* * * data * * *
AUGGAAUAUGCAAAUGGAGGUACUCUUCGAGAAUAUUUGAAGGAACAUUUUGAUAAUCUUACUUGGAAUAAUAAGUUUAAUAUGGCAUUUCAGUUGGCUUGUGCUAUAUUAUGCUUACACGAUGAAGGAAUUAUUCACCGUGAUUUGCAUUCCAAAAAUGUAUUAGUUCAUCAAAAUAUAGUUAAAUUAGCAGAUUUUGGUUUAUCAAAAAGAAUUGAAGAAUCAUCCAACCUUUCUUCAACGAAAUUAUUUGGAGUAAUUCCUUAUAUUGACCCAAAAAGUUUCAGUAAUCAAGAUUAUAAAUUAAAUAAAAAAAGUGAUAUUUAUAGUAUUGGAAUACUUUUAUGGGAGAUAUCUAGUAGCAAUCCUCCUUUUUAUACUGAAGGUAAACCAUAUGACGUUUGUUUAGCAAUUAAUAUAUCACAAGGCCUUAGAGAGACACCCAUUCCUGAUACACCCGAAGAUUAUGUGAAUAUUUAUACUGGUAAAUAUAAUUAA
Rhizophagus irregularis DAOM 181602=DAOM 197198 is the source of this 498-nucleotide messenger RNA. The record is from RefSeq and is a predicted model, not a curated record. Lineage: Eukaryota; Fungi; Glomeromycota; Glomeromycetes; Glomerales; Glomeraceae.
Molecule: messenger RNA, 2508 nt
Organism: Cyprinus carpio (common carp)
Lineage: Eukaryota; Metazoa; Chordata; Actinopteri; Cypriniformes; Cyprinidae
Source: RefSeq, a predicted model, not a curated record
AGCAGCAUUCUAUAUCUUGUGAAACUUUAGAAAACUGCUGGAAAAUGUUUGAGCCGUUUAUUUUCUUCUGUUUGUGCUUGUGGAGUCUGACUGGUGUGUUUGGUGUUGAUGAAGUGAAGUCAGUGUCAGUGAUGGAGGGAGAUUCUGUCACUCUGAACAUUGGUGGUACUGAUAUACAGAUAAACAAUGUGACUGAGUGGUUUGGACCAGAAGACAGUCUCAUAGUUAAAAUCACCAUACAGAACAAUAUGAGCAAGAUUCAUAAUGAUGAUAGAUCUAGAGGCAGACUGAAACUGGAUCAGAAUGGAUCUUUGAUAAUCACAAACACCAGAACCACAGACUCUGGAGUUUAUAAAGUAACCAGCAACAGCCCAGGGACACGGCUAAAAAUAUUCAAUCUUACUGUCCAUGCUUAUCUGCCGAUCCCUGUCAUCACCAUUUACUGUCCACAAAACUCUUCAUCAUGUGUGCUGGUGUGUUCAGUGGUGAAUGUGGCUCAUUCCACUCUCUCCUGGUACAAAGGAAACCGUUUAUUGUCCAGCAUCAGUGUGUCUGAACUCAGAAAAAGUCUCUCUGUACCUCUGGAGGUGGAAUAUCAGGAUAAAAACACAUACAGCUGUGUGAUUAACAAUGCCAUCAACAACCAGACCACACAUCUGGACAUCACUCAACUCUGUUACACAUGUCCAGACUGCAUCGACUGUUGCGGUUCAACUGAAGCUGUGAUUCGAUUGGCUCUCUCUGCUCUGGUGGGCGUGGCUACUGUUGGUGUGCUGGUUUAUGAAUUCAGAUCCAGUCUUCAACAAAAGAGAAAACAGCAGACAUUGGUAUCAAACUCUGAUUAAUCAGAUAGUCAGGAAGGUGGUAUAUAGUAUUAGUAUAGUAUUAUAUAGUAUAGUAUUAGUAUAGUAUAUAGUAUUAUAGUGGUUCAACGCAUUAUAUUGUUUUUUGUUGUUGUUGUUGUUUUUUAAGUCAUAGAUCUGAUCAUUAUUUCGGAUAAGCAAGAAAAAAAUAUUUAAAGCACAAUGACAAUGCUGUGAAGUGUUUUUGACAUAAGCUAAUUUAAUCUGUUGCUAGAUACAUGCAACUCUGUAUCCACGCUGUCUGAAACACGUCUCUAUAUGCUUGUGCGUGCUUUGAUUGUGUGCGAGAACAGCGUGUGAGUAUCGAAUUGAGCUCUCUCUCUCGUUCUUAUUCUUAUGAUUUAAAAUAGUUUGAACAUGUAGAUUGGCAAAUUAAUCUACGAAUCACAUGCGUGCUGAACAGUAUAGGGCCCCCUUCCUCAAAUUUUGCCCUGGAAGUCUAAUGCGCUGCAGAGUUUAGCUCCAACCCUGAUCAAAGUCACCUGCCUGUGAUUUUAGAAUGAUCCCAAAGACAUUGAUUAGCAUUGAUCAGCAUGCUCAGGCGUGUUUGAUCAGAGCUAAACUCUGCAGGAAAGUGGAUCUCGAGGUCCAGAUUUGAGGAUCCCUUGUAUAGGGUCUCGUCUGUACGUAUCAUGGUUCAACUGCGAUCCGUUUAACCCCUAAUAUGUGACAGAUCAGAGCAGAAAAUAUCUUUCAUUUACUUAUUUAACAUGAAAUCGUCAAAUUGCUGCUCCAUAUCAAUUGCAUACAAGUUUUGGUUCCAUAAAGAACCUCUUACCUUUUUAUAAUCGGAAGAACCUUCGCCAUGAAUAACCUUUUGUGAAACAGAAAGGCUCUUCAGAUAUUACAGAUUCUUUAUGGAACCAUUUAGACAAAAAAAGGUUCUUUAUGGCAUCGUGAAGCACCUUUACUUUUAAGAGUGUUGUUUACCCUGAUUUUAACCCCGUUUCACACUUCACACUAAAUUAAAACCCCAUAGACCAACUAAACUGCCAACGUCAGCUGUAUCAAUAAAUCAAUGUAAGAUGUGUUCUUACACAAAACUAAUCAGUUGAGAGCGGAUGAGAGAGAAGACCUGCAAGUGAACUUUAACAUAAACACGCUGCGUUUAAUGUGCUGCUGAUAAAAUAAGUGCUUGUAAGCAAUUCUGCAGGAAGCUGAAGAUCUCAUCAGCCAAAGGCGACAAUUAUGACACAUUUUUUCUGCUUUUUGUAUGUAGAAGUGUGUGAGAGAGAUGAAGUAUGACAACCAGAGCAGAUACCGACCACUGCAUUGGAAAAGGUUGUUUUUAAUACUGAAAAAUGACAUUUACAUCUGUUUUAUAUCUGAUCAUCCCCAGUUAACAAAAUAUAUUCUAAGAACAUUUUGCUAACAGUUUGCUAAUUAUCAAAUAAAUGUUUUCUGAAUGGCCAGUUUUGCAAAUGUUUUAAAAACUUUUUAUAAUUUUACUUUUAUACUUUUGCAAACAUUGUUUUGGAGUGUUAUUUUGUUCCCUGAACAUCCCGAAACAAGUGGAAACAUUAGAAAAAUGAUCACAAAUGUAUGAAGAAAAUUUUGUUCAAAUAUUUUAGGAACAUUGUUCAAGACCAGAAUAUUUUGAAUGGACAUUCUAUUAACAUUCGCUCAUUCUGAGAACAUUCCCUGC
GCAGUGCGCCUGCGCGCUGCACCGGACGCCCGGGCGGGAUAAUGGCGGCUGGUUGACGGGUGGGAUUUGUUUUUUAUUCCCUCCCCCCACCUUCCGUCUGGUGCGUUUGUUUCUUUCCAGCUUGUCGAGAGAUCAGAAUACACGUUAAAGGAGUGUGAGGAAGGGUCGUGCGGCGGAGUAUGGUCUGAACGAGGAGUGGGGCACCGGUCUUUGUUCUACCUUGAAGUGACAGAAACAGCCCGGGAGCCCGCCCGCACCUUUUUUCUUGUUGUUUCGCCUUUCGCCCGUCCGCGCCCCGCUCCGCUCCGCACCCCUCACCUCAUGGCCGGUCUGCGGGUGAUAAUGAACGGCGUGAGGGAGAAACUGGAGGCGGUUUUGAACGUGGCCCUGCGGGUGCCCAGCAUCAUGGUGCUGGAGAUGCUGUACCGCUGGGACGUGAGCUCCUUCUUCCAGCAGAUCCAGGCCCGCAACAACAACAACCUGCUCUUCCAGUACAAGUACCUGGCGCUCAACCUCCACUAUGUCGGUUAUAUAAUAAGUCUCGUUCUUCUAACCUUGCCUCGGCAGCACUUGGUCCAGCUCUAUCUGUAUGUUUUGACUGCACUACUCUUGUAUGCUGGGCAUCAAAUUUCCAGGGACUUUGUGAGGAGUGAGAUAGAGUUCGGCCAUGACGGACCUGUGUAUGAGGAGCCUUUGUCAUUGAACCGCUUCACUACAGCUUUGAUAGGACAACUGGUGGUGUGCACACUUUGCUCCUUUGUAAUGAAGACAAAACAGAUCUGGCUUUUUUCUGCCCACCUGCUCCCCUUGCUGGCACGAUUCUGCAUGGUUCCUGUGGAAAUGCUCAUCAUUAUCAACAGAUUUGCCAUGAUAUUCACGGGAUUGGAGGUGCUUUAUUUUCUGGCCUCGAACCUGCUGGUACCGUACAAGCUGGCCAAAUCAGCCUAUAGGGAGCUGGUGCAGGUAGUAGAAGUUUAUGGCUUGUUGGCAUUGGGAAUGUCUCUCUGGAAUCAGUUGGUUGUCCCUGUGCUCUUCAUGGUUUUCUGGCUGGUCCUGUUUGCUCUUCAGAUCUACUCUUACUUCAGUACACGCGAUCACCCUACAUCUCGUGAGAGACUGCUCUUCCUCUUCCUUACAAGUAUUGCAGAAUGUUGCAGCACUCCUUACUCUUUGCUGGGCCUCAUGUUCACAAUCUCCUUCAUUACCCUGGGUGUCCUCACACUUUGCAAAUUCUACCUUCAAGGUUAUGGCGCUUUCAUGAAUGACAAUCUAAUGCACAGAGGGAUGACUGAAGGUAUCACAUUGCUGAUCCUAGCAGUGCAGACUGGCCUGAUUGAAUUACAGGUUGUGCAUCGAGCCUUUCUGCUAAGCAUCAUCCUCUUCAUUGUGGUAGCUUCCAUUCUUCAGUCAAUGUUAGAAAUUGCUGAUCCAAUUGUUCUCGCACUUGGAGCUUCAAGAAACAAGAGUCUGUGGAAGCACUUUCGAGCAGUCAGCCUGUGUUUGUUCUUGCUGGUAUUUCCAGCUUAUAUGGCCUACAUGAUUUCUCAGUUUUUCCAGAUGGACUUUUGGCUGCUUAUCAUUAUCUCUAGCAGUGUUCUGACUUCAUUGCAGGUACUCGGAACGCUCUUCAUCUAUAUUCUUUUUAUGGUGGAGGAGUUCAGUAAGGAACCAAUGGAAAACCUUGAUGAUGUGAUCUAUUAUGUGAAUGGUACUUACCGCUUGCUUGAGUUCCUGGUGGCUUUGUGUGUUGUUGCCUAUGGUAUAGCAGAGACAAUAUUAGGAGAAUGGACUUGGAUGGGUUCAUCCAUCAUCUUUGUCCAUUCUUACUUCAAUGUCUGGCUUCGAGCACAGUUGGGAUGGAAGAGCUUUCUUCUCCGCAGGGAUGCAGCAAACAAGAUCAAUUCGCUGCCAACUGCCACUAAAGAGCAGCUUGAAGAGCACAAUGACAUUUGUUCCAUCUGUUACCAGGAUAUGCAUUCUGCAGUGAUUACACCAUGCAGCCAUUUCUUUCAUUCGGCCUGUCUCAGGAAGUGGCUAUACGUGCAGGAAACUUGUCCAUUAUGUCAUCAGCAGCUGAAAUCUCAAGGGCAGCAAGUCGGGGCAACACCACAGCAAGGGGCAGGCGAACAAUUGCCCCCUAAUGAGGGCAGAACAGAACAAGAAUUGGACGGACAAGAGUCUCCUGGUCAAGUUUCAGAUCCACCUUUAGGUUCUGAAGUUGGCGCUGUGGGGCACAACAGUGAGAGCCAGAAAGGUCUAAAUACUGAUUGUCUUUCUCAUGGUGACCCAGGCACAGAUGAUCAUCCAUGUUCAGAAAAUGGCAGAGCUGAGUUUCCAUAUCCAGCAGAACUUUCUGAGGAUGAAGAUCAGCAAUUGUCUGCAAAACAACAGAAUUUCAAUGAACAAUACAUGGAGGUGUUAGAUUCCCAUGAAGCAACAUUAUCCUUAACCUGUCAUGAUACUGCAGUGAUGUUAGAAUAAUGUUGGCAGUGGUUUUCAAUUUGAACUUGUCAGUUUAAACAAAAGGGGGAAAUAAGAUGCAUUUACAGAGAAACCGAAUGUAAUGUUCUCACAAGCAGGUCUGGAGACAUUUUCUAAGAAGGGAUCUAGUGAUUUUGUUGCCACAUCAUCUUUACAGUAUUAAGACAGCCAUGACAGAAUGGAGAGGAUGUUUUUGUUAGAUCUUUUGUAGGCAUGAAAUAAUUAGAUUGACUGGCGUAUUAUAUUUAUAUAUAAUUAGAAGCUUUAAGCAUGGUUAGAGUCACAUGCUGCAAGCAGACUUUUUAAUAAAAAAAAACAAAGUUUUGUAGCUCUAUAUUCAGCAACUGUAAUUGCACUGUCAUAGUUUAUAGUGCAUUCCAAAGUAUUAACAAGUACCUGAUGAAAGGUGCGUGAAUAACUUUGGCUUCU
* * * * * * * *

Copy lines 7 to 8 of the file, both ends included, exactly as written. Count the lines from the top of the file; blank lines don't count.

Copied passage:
AGCAGCAUUCUAUAUCUUGUGAAACUUUAGAAAACUGCUGGAAAAUGUUUGAGCCGUUUAUUUUCUUCUGUUUGUGCUUGUGGAGUCUGACUGGUGUGUUUGGUGUUGAUGAAGUGAAGUCAGUGUCAGUGAUGGAGGGAGAUUCUGUCACUCUGAACAUUGGUGGUACUGAUAUACAGAUAAACAAUGUGACUGAGUGGUUUGGACCAGAAGACAGUCUCAUAGUUAAAAUCACCAUACAGAACAAUAUGAGCAAGAUUCAUAAUGAUGAUAGAUCUAGAGGCAGACUGAAACUGGAUCAGAAUGGAUCUUUGAUAAUCACAAACACCAGAACCACAGACUCUGGAGUUUAUAAAGUAACCAGCAACAGCCCAGGGACACGGCUAAAAAUAUUCAAUCUUACUGUCCAUGCUUAUCUGCCGAUCCCUGUCAUCACCAUUUACUGUCCACAAAACUCUUCAUCAUGUGUGCUGGUGUGUUCAGUGGUGAAUGUGGCUCAUUCCACUCUCUCCUGGUACAAAGGAAACCGUUUAUUGUCCAGCAUCAGUGUGUCUGAACUCAGAAAAAGUCUCUCUGUACCUCUGGAGGUGGAAUAUCAGGAUAAAAACACAUACAGCUGUGUGAUUAACAAUGCCAUCAACAACCAGACCACACAUCUGGACAUCACUCAACUCUGUUACACAUGUCCAGACUGCAUCGACUGUUGCGGUUCAACUGAAGCUGUGAUUCGAUUGGCUCUCUCUGCUCUGGUGGGCGUGGCUACUGUUGGUGUGCUGGUUUAUGAAUUCAGAUCCAGUCUUCAACAAAAGAGAAAACAGCAGACAUUGGUAUCAAACUCUGAUUAAUCAGAUAGUCAGGAAGGUGGUAUAUAGUAUUAGUAUAGUAUUAUAUAGUAUAGUAUUAGUAUAGUAUAUAGUAUUAUAGUGGUUCAACGCAUUAUAUUGUUUUUUGUUGUUGUUGUUGUUUUUUAAGUCAUAGAUCUGAUCAUUAUUUCGGAUAAGCAAGAAAAAAAUAUUUAAAGCACAAUGACAAUGCUGUGAAGUGUUUUUGACAUAAGCUAAUUUAAUCUGUUGCUAGAUACAUGCAACUCUGUAUCCACGCUGUCUGAAACACGUCUCUAUAUGCUUGUGCGUGCUUUGAUUGUGUGCGAGAACAGCGUGUGAGUAUCGAAUUGAGCUCUCUCUCUCGUUCUUAUUCUUAUGAUUUAAAAUAGUUUGAACAUGUAGAUUGGCAAAUUAAUCUACGAAUCACAUGCGUGCUGAACAGUAUAGGGCCCCCUUCCUCAAAUUUUGCCCUGGAAGUCUAAUGCGCUGCAGAGUUUAGCUCCAACCCUGAUCAAAGUCACCUGCCUGUGAUUUUAGAAUGAUCCCAAAGACAUUGAUUAGCAUUGAUCAGCAUGCUCAGGCGUGUUUGAUCAGAGCUAAACUCUGCAGGAAAGUGGAUCUCGAGGUCCAGAUUUGAGGAUCCCUUGUAUAGGGUCUCGUCUGUACGUAUCAUGGUUCAACUGCGAUCCGUUUAACCCCUAAUAUGUGACAGAUCAGAGCAGAAAAUAUCUUUCAUUUACUUAUUUAACAUGAAAUCGUCAAAUUGCUGCUCCAUAUCAAUUGCAUACAAGUUUUGGUUCCAUAAAGAACCUCUUACCUUUUUAUAAUCGGAAGAACCUUCGCCAUGAAUAACCUUUUGUGAAACAGAAAGGCUCUUCAGAUAUUACAGAUUCUUUAUGGAACCAUUUAGACAAAAAAAGGUUCUUUAUGGCAUCGUGAAGCACCUUUACUUUUAAGAGUGUUGUUUACCCUGAUUUUAACCCCGUUUCACACUUCACACUAAAUUAAAACCCCAUAGACCAACUAAACUGCCAACGUCAGCUGUAUCAAUAAAUCAAUGUAAGAUGUGUUCUUACACAAAACUAAUCAGUUGAGAGCGGAUGAGAGAGAAGACCUGCAAGUGAACUUUAACAUAAACACGCUGCGUUUAAUGUGCUGCUGAUAAAAUAAGUGCUUGUAAGCAAUUCUGCAGGAAGCUGAAGAUCUCAUCAGCCAAAGGCGACAAUUAUGACACAUUUUUUCUGCUUUUUGUAUGUAGAAGUGUGUGAGAGAGAUGAAGUAUGACAACCAGAGCAGAUACCGACCACUGCAUUGGAAAAGGUUGUUUUUAAUACUGAAAAAUGACAUUUACAUCUGUUUUAUAUCUGAUCAUCCCCAGUUAACAAAAUAUAUUCUAAGAACAUUUUGCUAACAGUUUGCUAAUUAUCAAAUAAAUGUUUUCUGAAUGGCCAGUUUUGCAAAUGUUUUAAAAACUUUUUAUAAUUUUACUUUUAUACUUUUGCAAACAUUGUUUUGGAGUGUUAUUUUGUUCCCUGAACAUCCCGAAACAAGUGGAAACAUUAGAAAAAUGAUCACAAAUGUAUGAAGAAAAUUUUGUUCAAAUAUUUUAGGAACAUUGUUCAAGACCAGAAUAUUUUGAAUGGACAUUCUAUUAACAUUCGCUCAUUCUGAGAACAUUCCCUGC
GCAGUGCGCCUGCGCGCUGCACCGGACGCCCGGGCGGGAUAAUGGCGGCUGGUUGACGGGUGGGAUUUGUUUUUUAUUCCCUCCCCCCACCUUCCGUCUGGUGCGUUUGUUUCUUUCCAGCUUGUCGAGAGAUCAGAAUACACGUUAAAGGAGUGUGAGGAAGGGUCGUGCGGCGGAGUAUGGUCUGAACGAGGAGUGGGGCACCGGUCUUUGUUCUACCUUGAAGUGACAGAAACAGCCCGGGAGCCCGCCCGCACCUUUUUUCUUGUUGUUUCGCCUUUCGCCCGUCCGCGCCCCGCUCCGCUCCGCACCCCUCACCUCAUGGCCGGUCUGCGGGUGAUAAUGAACGGCGUGAGGGAGAAACUGGAGGCGGUUUUGAACGUGGCCCUGCGGGUGCCCAGCAUCAUGGUGCUGGAGAUGCUGUACCGCUGGGACGUGAGCUCCUUCUUCCAGCAGAUCCAGGCCCGCAACAACAACAACCUGCUCUUCCAGUACAAGUACCUGGCGCUCAACCUCCACUAUGUCGGUUAUAUAAUAAGUCUCGUUCUUCUAACCUUGCCUCGGCAGCACUUGGUCCAGCUCUAUCUGUAUGUUUUGACUGCACUACUCUUGUAUGCUGGGCAUCAAAUUUCCAGGGACUUUGUGAGGAGUGAGAUAGAGUUCGGCCAUGACGGACCUGUGUAUGAGGAGCCUUUGUCAUUGAACCGCUUCACUACAGCUUUGAUAGGACAACUGGUGGUGUGCACACUUUGCUCCUUUGUAAUGAAGACAAAACAGAUCUGGCUUUUUUCUGCCCACCUGCUCCCCUUGCUGGCACGAUUCUGCAUGGUUCCUGUGGAAAUGCUCAUCAUUAUCAACAGAUUUGCCAUGAUAUUCACGGGAUUGGAGGUGCUUUAUUUUCUGGCCUCGAACCUGCUGGUACCGUACAAGCUGGCCAAAUCAGCCUAUAGGGAGCUGGUGCAGGUAGUAGAAGUUUAUGGCUUGUUGGCAUUGGGAAUGUCUCUCUGGAAUCAGUUGGUUGUCCCUGUGCUCUUCAUGGUUUUCUGGCUGGUCCUGUUUGCUCUUCAGAUCUACUCUUACUUCAGUACACGCGAUCACCCUACAUCUCGUGAGAGACUGCUCUUCCUCUUCCUUACAAGUAUUGCAGAAUGUUGCAGCACUCCUUACUCUUUGCUGGGCCUCAUGUUCACAAUCUCCUUCAUUACCCUGGGUGUCCUCACACUUUGCAAAUUCUACCUUCAAGGUUAUGGCGCUUUCAUGAAUGACAAUCUAAUGCACAGAGGGAUGACUGAAGGUAUCACAUUGCUGAUCCUAGCAGUGCAGACUGGCCUGAUUGAAUUACAGGUUGUGCAUCGAGCCUUUCUGCUAAGCAUCAUCCUCUUCAUUGUGGUAGCUUCCAUUCUUCAGUCAAUGUUAGAAAUUGCUGAUCCAAUUGUUCUCGCACUUGGAGCUUCAAGAAACAAGAGUCUGUGGAAGCACUUUCGAGCAGUCAGCCUGUGUUUGUUCUUGCUGGUAUUUCCAGCUUAUAUGGCCUACAUGAUUUCUCAGUUUUUCCAGAUGGACUUUUGGCUGCUUAUCAUUAUCUCUAGCAGUGUUCUGACUUCAUUGCAGGUACUCGGAACGCUCUUCAUCUAUAUUCUUUUUAUGGUGGAGGAGUUCAGUAAGGAACCAAUGGAAAACCUUGAUGAUGUGAUCUAUUAUGUGAAUGGUACUUACCGCUUGCUUGAGUUCCUGGUGGCUUUGUGUGUUGUUGCCUAUGGUAUAGCAGAGACAAUAUUAGGAGAAUGGACUUGGAUGGGUUCAUCCAUCAUCUUUGUCCAUUCUUACUUCAAUGUCUGGCUUCGAGCACAGUUGGGAUGGAAGAGCUUUCUUCUCCGCAGGGAUGCAGCAAACAAGAUCAAUUCGCUGCCAACUGCCACUAAAGAGCAGCUUGAAGAGCACAAUGACAUUUGUUCCAUCUGUUACCAGGAUAUGCAUUCUGCAGUGAUUACACCAUGCAGCCAUUUCUUUCAUUCGGCCUGUCUCAGGAAGUGGCUAUACGUGCAGGAAACUUGUCCAUUAUGUCAUCAGCAGCUGAAAUCUCAAGGGCAGCAAGUCGGGGCAACACCACAGCAAGGGGCAGGCGAACAAUUGCCCCCUAAUGAGGGCAGAACAGAACAAGAAUUGGACGGACAAGAGUCUCCUGGUCAAGUUUCAGAUCCACCUUUAGGUUCUGAAGUUGGCGCUGUGGGGCACAACAGUGAGAGCCAGAAAGGUCUAAAUACUGAUUGUCUUUCUCAUGGUGACCCAGGCACAGAUGAUCAUCCAUGUUCAGAAAAUGGCAGAGCUGAGUUUCCAUAUCCAGCAGAACUUUCUGAGGAUGAAGAUCAGCAAUUGUCUGCAAAACAACAGAAUUUCAAUGAACAAUACAUGGAGGUGUUAGAUUCCCAUGAAGCAACAUUAUCCUUAACCUGUCAUGAUACUGCAGUGAUGUUAGAAUAAUGUUGGCAGUGGUUUUCAAUUUGAACUUGUCAGUUUAAACAAAAGGGGGAAAUAAGAUGCAUUUACAGAGAAACCGAAUGUAAUGUUCUCACAAGCAGGUCUGGAGACAUUUUCUAAGAAGGGAUCUAGUGAUUUUGUUGCCACAUCAUCUUUACAGUAUUAAGACAGCCAUGACAGAAUGGAGAGGAUGUUUUUGUUAGAUCUUUUGUAGGCAUGAAAUAAUUAGAUUGACUGGCGUAUUAUAUUUAUAUAUAAUUAGAAGCUUUAAGCAUGGUUAGAGUCACAUGCUGCAAGCAGACUUUUUAAUAAAAAAAAACAAAGUUUUGUAGCUCUAUAUUCAGCAACUGUAAUUGCACUGUCAUAGUUUAUAGUGCAUUCCAAAGUAUUAACAAGUACCUGAUGAAAGGUGCGUGAAUAACUUUGGCUUCU